Last night was my mother’s birthday. And, like everything else my family does, it was messy.
My family decided to drive down and have dinner in Newberg because I don’t have a car, which makes going north difficult. This would be an excellent idea, except that I let my dad choose the restaurant based only on reviews–and not the actual setting of the restaurant. And I the only Mexican restaurant in Newberg that I can visualize is the bakery, so I didn’t realize which restaurant he was talking about until I was standing in front of it.
My family is great at eating in hole-in-the-wall type-places, but only when we’re prepared to do so.
I frantically called my dad. No answer. I called my mom reluctantly. She picked up, fuzzy with road noise and Bluetooth. I managed, talking in frustrated circles, to explain the situation, trying to get them to trust me when I suggested something contrary to Yelp. I finally managed. But–messy.
I beat them to the restaurant, got a booth for six, and sat in the corner by myself. The group in the neighboring booth laughed and shouted. I was silent.
A family came in, five people fronted by a little boy. Out of the corner of my eye, I thought I saw my brother, but it was another dark-haired kid. Another group came in. Nobody. The waitress brought me chips and nearly spilled the salsa. I smiled and tried to fix the spot on my gift for my mother where the tape was falling off.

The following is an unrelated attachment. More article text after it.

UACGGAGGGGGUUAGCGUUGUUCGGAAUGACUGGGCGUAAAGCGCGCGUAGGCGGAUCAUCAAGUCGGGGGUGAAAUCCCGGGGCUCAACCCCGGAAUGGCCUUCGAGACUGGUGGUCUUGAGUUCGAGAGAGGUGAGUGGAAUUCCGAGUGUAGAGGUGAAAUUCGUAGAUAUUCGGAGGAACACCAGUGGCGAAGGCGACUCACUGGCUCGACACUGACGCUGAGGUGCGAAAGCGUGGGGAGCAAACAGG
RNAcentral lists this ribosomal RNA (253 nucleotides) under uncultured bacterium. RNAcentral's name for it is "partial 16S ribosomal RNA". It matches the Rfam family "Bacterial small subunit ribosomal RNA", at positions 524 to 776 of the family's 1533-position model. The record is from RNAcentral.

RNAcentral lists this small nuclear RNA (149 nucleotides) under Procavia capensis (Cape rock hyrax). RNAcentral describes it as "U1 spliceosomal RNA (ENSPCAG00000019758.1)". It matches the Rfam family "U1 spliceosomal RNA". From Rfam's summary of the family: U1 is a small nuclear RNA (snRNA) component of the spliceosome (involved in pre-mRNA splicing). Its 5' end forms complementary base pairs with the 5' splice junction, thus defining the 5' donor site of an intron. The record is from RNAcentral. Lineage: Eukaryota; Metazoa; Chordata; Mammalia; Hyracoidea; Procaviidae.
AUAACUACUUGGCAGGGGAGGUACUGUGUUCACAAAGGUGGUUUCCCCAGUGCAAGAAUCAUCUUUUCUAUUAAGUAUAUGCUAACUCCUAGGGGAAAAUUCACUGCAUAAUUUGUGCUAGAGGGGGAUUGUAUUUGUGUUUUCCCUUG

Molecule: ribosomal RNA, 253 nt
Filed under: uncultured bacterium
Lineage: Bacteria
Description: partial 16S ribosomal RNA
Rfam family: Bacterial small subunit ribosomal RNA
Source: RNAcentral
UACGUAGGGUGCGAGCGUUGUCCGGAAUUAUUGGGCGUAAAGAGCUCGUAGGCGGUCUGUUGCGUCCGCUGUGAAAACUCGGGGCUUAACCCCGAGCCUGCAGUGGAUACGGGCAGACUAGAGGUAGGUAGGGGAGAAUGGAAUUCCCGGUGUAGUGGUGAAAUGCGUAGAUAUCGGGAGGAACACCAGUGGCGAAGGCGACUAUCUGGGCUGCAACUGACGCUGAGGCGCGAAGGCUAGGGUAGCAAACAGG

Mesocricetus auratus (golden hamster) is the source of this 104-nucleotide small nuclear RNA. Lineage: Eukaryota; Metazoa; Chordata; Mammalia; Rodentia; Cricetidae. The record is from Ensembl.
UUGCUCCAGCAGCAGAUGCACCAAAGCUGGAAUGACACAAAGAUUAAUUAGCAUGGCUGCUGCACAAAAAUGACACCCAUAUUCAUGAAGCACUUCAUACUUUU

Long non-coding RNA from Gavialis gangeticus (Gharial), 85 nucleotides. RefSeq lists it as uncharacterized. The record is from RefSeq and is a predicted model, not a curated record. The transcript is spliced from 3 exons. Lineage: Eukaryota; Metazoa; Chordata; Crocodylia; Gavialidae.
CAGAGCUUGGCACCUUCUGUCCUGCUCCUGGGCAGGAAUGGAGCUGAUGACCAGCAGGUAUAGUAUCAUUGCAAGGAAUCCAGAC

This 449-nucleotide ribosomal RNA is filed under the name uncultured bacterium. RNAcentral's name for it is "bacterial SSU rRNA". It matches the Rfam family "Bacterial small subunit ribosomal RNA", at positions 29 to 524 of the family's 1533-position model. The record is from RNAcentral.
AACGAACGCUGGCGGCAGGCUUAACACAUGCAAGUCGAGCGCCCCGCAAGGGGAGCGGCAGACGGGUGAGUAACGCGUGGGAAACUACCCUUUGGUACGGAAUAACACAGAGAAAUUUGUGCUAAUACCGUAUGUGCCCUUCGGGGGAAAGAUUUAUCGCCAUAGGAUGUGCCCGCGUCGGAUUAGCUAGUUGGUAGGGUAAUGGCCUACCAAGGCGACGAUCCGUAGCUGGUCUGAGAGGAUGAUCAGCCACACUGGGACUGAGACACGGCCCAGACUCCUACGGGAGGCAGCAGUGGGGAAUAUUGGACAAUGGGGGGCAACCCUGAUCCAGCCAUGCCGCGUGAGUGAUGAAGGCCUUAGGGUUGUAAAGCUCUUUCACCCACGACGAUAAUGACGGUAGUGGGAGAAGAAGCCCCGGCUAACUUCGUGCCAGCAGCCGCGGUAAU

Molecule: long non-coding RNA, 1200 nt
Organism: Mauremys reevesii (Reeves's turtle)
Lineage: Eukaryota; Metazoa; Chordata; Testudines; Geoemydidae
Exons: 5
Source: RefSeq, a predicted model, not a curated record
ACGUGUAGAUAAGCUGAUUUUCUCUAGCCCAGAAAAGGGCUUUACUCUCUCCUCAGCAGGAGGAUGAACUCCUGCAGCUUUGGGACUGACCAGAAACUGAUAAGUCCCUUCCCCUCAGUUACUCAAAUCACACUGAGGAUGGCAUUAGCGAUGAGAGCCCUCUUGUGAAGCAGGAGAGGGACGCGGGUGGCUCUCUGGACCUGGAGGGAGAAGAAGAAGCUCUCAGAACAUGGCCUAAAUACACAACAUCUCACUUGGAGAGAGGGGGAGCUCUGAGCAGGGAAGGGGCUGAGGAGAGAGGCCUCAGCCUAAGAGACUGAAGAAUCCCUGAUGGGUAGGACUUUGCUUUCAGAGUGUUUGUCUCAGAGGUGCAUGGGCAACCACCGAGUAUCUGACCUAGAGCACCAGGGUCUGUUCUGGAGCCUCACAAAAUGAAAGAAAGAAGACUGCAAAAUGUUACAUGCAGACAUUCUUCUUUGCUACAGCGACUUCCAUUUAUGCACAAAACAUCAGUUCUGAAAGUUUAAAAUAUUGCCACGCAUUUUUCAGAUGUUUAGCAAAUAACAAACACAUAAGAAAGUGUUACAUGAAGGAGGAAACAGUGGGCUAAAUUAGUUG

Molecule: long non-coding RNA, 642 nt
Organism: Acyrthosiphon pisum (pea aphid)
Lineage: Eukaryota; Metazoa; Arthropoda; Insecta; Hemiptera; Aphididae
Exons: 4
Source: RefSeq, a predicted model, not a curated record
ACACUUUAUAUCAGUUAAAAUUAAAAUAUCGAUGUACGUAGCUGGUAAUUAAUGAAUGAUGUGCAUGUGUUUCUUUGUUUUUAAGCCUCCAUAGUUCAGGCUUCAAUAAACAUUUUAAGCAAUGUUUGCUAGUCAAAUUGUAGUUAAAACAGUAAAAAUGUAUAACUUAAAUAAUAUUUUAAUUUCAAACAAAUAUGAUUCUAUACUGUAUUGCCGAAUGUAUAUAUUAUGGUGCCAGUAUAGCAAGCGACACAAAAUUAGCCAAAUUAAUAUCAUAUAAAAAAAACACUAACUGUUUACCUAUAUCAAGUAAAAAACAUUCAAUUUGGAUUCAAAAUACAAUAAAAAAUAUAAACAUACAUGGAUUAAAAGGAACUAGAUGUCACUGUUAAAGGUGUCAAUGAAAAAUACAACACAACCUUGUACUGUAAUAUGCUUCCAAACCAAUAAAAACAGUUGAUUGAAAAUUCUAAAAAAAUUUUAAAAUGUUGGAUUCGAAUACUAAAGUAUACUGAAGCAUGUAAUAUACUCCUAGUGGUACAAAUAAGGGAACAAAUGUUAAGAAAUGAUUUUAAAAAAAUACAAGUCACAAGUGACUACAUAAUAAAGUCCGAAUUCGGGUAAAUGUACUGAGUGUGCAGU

My mom is a really hard person to give gifts. She says she doesn’t want anything, every year, but we know she does want something, some image of our love. What it is that we give her–well, that depends on the year. Last year, I gave her my words. This year I gave her someone else’s. Messy.
They arrived in a flurry of sound, competing even with the group behind me. Deciding who was going to sit where took several minutes–messy–and then my siblings decided, once settled, that they needed to go to the bathroom, so the whole order was destroyed–messy.
And I was laughing.